If William Shakespeare had lived over the last decade or so, he could have hardly found more interesting characters for his plays than central banks in that their words are at least as effective as their deeds. Modern monetary policy is much more than just changing a specified target rate. Instead, central banking has become rather an art of shaping market expectations across the term structure of interest rates, which henceforth affects the economic agents’ investment decisions and the real economy. For an effective implementation of monetary policy, central banks have given a bigger weight on communication than ever before, and are using it as a key tool to manage expectations of future interest rates and inflation. As Woodford (2003) states: “Not only do expectations about policy matter, but… very little else matters”. A monetary policy decision consists of two parts: the first is the decision itself whether or not to change the target rate, and if so, to what extent. The second part is a statement which is released with (or following) the decision, and explains the rationale underlying the decision. Although the first component only affects the policy rate and very short-term market rates, it is part of the whole decision whose aim is to steer market expectations on longer horizons, and this objective is achieved through the statement. Hence, these two parts should not be separated, since they exert influence jointly on the markets. To illustrate, for example, take two 50 basis point increases in the policy rate, one accompanied by a statement of no changes in the near future, while the other accompanied by a statement which considers the current move as a start of a tightening process. The decision component is the same in both cases, but their message and impact on longer horizon interest rates are evidently completely different. Effective communication implies better predictability of monetary decisions as the markets are able to price the impact of a decision even before it actually takes place. As a consequence, only unexpected monetary decisions affect interest rates after the decision is released (see Kuttner, 2001). Measuring monetary surprises and assessing their effects on interest rates provide important information for policy-makers for several reasons. First, they help the understanding of the functioning of financial markets in that policy makers can gauge how investors interpret monetary decisions and revise their expectations, as well as whether decisions are consistent with market expectations. Second, by identifying the asset classes which are the most sensitive to monetary decisions central banks can examine how effectively the monetary transmission mechanism works. Following Kuttner (2001) a broad literature has emerged to quantify the impacts of monetary surprises on asset prices. The unexpected component of monetary decisions is usually measured as the daily difference of some very short term interest rate on monetary meeting days.1 Alternatively, some survey-based measures have also been constructed. While these surprise measures have widely been used in the literature, they have at least two drawbacks. First, Rigobon and Sack, 2004 and Rigobon and Sack, 2008 emphasise the possible endogeneity between the surprise and the asset price on which its effect is to be estimated, and the omitted-variables problem, i.e. that other variables other than the monetary surprise may affect asset prices in the given time interval. On the other hand, survey-based measures may suffer from measurement errors. While they propose estimators which are void of these problems, these are still subject to the second drawback that a surprise measure, based on either approaches, cannot reflect all dimensions of monetary decisions. Gürkaynak et al. (2005) raise the following question: how many dimensions are necessary to adequately characterise monetary policy decisions? They let the data determine the surprise through principal component analysis and find that two factors are sufficient. While Gürkaynak et al. (2005) greatly recognise that to describe monetary decisions more than one dimension is required, the factors are constructed in a way that they separate the two components of a monetary decision described above. Their first factor only deals with the current target and the other corresponds to longer horizon impacts. Whereas the latter is relevant, the former does not provide much insight into the nature of a monetary decision. It is not surprising then that they find that the second factor plays a great role in explaining the variation of longer term rates. The objective of this paper is twofold. First, we propose new monetary surprise measures which describe important dimensions of monetary policy. We rely on the methodology of Gürkaynak et al. (2005), but our factors supply two dimensions of monetary decisions which are more useful in the understanding how central banks shape market expectations across the yield curve than the previously proposed factors in the literature. Particularly, the level factor corresponds to decisions which shift the yield curve level, while the slope factor reflects monetary decisions causing changes in the slope of the term structure. Both are key variables, since the level of the yield curve is consistent with the markets’ long-term inflation expectations and the slope appears to be a good predictor of the business cycle (see Estrella and Hardouvelis, 1991). Moreover, we discuss methodological problems in Gürkaynak et al. (2005) and provide improvements. We find, in the standard event-study framework, that the structural interpretation of our level and slope factors is adequate, they considerably outperform the traditional surprises and explain much more of the daily variation of interest rates on the European Central Bank (ECB)’s meeting days. The estimation results provide compelling evidence that the two factors represent important dimensions of the ECB’s monetary policy. The second objective is to evaluate the impacts of monetary surprises on euro area interest rates and assess the ECB’s predictability in a novel way. Central banks prefer to steer expectations in a smooth way and thus avoid to induce abrupt movements in interest rates. We build an econometric model which disentangles diffusive and jump information flows and examine the extent to which monetary decisions are related to jumps. Both the jump arrival process and the jump distribution evolve over time as a function of monetary surprise variables. Our model produces time series of jump probabilities, which allow us to analyse whether the ECB’s monetary decisions were incorporated smoothly into interest rates of different maturities or instead induced sharp adjustments. Moreover, we can study how the ECB’s predictability changed over time since the introduction of the euro in 1999, and which decisions caused the biggest jumps in interest rates. We find that our new monetary surprise measures still prevail upon the traditional surprises in most cases. In addition, our results show that the ECB caused jumps mostly in the first half of the sample period, a learning period for both the ECB and the markets, and that the jump frequency reduced considerably when the ECB switched to hold meetings less frequently. We also find that the contribution of jumps to total volatility is substantial, especially in the short term, suggesting that jumps play a great role in the daily variation of euro area interest rates. Moreover, monetary surprises associated with jump innovations are incorporated more quickly into current rates than those associated with normal innovations. Our model also appears to be robust to additional variables other than monetary surprises, particularly macroeconomic news surprises and monetary surprises of other central banks, as the response coefficients of monetary surprises are essentially unchanged, and the model-implied jump characteristics change only slightly. Although we estimate our model over the sample period which ends on December 29, 2006, we also consider a longer sample including the recent financial turmoil both to study how our surprise measures are affected by the crisis and to check the performance of our monetary-jump model. We find that the monetary surprise measures involving Euribor rates are somewhat distorted due to money market tensions in 2008–2009. The impacts of this distortion are evident from our estimation results. Nonetheless, the estimates are similar to those of the shorter sample. On the other hand, our findings warn against a blind use of conventional monetary policy surprises in times of serious money market tensions. The recent crisis has required the implementation of unconventional monetary measures and the relevance of target rate changes has considerably reduced, whereas other – formerly much less important or completely irrelevant – factors, such as quantitative and credit easing, have been brought into limelight. These factors, jointly with the increased and volatile spread between unsecured and secured rates, must explain to a great extent the distortions of our surprise measures. This issue is beyond the scope of our paper, although it is an important direction for our future research. Moreover, our sample period mainly consists of “calm” times (so does the history of monetary policy) when monetary policy is pursued in a conventional way, and our paper can provide important lessons for central banks regarding predictability and measurement of the effects of unexpected decisions. The paper is structured as follows. Section 2 discusses the statistical properties of the data used. In Section 3 we briefly overview the literature on monetary surprises, we analyse the possible caveats, and also introduce the principal component methodology. The section then provides the details of our new monetary surprise measures and the interpretation and descriptive analysis of the new factors. Section 4 deals with the econometric framework. It describes first the event-study setting and presents the estimation results. The second part of the section introduces our monetary-jump model in detail and reports some preliminary results. Section 5 presents and discusses the results of the monetary-jump model. Finally, Section 6 concludes.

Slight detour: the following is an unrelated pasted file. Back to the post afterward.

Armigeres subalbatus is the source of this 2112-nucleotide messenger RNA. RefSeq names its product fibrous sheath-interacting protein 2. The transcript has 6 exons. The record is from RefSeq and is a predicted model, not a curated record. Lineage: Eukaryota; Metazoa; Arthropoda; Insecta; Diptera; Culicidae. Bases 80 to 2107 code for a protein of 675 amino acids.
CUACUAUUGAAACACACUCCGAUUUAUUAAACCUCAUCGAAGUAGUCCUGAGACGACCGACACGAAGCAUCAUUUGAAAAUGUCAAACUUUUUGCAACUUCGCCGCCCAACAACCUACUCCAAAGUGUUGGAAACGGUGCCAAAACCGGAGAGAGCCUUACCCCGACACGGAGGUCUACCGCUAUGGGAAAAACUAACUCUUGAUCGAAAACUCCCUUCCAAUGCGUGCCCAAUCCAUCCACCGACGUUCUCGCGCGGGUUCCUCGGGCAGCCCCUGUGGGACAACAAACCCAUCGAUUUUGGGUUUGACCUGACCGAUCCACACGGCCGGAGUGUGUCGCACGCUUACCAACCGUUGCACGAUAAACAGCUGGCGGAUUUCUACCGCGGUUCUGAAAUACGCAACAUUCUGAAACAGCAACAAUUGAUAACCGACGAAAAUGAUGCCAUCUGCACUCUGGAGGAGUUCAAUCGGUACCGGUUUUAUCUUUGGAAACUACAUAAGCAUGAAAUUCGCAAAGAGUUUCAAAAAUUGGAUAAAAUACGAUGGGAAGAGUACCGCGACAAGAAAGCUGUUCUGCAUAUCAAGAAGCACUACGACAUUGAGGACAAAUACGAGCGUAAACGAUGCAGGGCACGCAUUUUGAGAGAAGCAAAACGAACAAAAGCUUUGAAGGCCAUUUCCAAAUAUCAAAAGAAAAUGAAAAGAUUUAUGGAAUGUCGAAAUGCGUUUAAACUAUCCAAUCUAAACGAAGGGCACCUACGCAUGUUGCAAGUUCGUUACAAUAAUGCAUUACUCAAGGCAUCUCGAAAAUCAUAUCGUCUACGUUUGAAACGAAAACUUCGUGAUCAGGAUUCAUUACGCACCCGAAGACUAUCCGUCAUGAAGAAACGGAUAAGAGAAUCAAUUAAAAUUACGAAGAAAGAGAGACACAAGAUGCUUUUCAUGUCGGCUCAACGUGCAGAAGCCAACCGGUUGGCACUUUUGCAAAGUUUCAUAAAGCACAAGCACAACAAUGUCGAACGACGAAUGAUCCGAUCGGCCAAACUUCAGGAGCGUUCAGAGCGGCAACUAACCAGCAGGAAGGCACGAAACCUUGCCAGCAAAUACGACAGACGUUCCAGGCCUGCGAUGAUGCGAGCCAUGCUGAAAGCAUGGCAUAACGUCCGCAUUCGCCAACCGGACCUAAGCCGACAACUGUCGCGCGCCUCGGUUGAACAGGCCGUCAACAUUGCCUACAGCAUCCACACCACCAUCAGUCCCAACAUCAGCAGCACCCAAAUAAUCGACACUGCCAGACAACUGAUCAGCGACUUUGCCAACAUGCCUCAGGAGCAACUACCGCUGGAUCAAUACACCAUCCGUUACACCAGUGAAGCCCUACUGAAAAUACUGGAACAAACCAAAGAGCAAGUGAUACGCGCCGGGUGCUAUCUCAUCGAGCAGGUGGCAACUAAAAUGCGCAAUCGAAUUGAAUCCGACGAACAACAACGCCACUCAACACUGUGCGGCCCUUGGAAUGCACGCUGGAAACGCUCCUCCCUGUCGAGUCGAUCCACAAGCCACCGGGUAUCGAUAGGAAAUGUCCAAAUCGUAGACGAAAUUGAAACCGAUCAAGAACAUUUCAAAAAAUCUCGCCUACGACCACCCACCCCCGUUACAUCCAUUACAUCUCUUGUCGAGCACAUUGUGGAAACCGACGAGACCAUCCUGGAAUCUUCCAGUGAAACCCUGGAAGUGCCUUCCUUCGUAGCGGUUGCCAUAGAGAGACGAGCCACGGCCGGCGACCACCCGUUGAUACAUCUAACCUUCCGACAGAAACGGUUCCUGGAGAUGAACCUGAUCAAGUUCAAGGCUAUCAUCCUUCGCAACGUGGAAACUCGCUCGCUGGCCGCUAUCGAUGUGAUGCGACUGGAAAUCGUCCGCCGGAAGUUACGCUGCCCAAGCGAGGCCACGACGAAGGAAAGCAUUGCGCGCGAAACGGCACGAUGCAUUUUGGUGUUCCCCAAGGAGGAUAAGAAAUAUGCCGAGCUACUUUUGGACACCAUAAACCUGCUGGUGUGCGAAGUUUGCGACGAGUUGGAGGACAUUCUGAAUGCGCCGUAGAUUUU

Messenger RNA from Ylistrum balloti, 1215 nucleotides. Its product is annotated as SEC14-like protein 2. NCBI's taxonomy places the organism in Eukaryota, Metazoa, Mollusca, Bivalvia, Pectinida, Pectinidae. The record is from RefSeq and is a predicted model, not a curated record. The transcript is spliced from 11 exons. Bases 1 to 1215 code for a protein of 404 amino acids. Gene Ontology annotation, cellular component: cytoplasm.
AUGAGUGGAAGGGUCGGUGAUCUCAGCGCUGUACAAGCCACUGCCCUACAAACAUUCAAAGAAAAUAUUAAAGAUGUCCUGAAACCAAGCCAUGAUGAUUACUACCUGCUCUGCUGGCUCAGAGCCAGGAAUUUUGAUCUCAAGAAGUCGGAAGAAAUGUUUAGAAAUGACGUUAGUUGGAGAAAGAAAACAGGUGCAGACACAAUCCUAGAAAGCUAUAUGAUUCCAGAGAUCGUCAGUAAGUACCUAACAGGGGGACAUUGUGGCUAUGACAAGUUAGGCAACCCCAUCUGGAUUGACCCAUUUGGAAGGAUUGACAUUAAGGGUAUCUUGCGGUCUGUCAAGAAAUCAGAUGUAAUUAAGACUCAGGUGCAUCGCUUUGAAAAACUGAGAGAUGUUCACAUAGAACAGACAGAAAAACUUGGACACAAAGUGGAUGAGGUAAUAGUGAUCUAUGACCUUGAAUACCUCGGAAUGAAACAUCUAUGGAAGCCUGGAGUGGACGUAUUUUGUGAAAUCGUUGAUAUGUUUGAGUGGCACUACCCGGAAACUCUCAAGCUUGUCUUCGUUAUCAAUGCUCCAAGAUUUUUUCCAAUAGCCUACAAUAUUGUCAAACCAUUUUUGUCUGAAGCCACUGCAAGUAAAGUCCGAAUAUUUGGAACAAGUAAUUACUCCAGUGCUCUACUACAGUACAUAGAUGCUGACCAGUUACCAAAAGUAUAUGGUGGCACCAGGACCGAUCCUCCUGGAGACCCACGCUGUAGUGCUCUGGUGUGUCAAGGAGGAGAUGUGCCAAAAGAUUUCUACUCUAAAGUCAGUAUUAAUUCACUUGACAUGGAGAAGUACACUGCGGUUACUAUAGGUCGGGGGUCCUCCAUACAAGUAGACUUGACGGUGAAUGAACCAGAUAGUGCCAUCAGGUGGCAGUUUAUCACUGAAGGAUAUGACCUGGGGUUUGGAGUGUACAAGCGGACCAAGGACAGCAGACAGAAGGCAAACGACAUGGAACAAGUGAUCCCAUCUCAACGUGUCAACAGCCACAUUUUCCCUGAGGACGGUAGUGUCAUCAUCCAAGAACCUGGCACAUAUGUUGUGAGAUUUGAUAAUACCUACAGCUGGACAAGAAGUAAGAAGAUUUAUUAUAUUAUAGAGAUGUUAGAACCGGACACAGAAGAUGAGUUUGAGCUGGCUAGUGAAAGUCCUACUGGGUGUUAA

نتیجه گیری انگلیسی
This paper’s aim is twofold. First, we propose new measures of monetary policy surprises which represent two important dimensions of the ECB’s monetary policy. The level factor captures shifts in the level of the yield curve, while the slope factor reflects changes in the slope of the term structure. Both provide relevant information to policy-makers regarding the monetary transmission mechanism. A preliminary statistical analysis shows that the interpretation of factors is adequate and that they supply a new way to examine the ECB’s decisions. Standard event-study regressions show that our new factors compellingly outperform traditional monetary surprise measures. The results provide further overwhelming evidence that the level and slope factors represent important dimensions of monetary policy decisions and their structural interpretations is meaningful and accurate. Our second objective is to assess the impacts of monetary surprises on euro area interest rates in a novel way. Since central banks pursue their monetary policy by shaping market expectations smoothly across the yield curve, a useful way to evaluate their predictability is to estimate the extent to which they induce jumps in interest rates with their decision. Hence, we build an econometric model which allows both the jump arrival process and the jump distribution to be time-varying and dependent on monetary policy surprises. The model outperforms standard time-series specifications and our results testify the good performance and high relevance of our new measures. We find that, especially in the first half of the sample, the ECB caused several jumps in interest rates with its unexpected decisions or the unexpected timings of its decision, but after switching to less frequent monetary meetings it has substantially improved its predictability. Our results are proved to be robust when additional variables are included in the jump arrival process. Our model has also been estimated for the recent period of financial turmoil. The findings show that the model is flexible enough to capture the changed characteristics of the time series due to the financial distress, and can provide important insights into how interest rates of different maturities behaved during the different phases of the crisis and how they reacted to the ECB’s policy responses.